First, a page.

Monday, July 29, 2013

Kurdish ‘nationhood’ | by Nuray Mert

Antifon: If northern Kurds are to remain within "Turkey", they will accept NO LESS rights than Turkish Cypriots, and "Turkey" ostensibly on their behalf, have been demanding in Cyprus, and Turkish Cypriots do not even have either a historical or ethical claim to a contiguous part of Cyprus as Kurds do in northern Kurdistan. When will ethnic Turks finally face this reality? Which reporter will break the ground first? Perhaps Nuray Mert.

Article by Nuray Mert: The main problem with Turkish politics concerning Kurds is that “Turks” cannot accept any prospect of Kurds ruling themselves. Turks in general and the present government in particular resist the idea of Kurdish “nationhood” and that is it. The Kurds may be latecomers but the Kurdish problem is a “national problem,” and first of all, this reality has to be acknowledged. Otherwise, Turkey’s domestic and regional politics concerning the Kurds will not lead anywhere positive.

Recently it has been the Kurds of Syria and their Democratic Union Party (PYD) that became the focus of controversy. In the very beginning, a year ago, Turkey expressed a very harsh reaction when the PYD declared some sort of self-rule in Kurdish regions. As Turkey lowered its tone against the PYD of northern Syrian Kurds, the basic idea that Kurds should not form any political identity has not changed.

Interestingly enough, Turkey did not express concern when the border points were captured by radical Islamist groups, but got alarmed by the alteration of position in favor of the PYD. Reacting to the ongoing clashes between radical Islamist groups and the PYD along with the Syrian border, Foreign Minister Ahmet Davutoğlu came up with some demands on Syrian Kurds. “First, they should not cooperate with the regime. Second they should not form a de facto establishment on sectarian or ethnic grounds,” he said. In fact, so far Kurds managed to keep from collaborating with the regime as their own policy, so it seems that they do not need preaching. Then, Kurds are struggling for their rights and freedoms as a political identity that defines itself more as a nation than ethnicity. Finally, they do not seem to seek Turkey’s assistance to determining their policies, but they just ask for friendly relations. Nevertheless, Turkey never gives up declaring what Kurds should do.
Now Kurds are calling for a conference in Arbil to underline the “national cause” and “national unity.” It is going to be the last one of four conferences to be held as an aspect of “the peace process” and it was Abdullah Öcalan who proposed it. The call was made in the name of three Kurdish leaders – Jalal Talabani, Masoud Barzani and Öcalan. The PYD and PKK will be represented at the conference as Kurdish parties. In short, it is going to be a full-fledged “national conference” and Turkey does not seem to get it right. In fact, this conference is going to be the highest point in “the peace process” since Öcalan managed to elevate the process at a national level. Besides, the issue of the Kurds of Syria will be acknowledged as a part of the “national problem.” Turkey should acknowledge these facts too, the sooner the better, rather than deluding itself with its futile politics of manipulation of Kurdish actors.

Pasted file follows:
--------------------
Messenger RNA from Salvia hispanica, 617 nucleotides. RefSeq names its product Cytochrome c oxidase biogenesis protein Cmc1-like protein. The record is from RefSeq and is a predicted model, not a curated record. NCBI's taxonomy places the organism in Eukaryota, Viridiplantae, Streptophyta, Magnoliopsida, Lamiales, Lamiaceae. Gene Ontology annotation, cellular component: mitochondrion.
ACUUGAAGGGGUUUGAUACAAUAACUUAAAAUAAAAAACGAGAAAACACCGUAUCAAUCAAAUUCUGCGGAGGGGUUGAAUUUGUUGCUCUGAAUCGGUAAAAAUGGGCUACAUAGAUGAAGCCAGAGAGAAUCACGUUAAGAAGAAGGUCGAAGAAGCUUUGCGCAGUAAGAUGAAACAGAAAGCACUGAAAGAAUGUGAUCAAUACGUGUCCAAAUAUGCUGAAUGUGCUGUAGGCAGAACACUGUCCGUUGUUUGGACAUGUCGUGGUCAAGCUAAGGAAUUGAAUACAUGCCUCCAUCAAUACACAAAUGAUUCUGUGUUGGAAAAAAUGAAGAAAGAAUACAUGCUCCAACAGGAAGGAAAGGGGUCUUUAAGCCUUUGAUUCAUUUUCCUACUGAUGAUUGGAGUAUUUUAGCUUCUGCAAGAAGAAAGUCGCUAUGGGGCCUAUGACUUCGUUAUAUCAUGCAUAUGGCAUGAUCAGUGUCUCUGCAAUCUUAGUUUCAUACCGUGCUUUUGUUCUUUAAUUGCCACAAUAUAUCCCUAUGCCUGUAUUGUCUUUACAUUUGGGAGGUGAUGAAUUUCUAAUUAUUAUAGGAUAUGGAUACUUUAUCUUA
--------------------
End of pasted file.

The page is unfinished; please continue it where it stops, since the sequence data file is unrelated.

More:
Alas, let alone recognizing the facts, the peace process is still being handled as a time game to be played until elections. The government still seems to consider solving the Kurdish issue as a matter of equal citizenship, of few cultural rights and by acts of courtesy. That is why the prime minister and the government still insist on expressing a very patronizing attitude toward Kurds and present the peace process as an act of benevolence on behalf of Turks and their government. Unless the government and indeed all we Turks refuse to acknowledge the fact that Kurdish issue is a national issue we will not be able to move on.

To tell the truth, I am not for Kurdish separatism and Kurds do not seem to be so either. It is perfectly understandable for Turks to wish to live within the same borders with Kurds, yet it is something else to oppose their nationhood.


Kurdish ‘nationhood’ by NURAY MERT on Hurriyet Daily News 29-7-2013

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Turkey's Kurds & Cyprus' tCypriots

As either unitary state or federation solutions are discussed as replacements to Cyprus' 1960 and Turkey's 1923 unworkable constitutions, should we abide by "if a right is a right too many for Turkey's Kurdish community (circa 23% of population) then that right is a right too many for Cyprus' tCypriot community too (circa 15%), and vice versa." Is the adoption of this fair logic the catalyst to securing just solutions for both UN countries.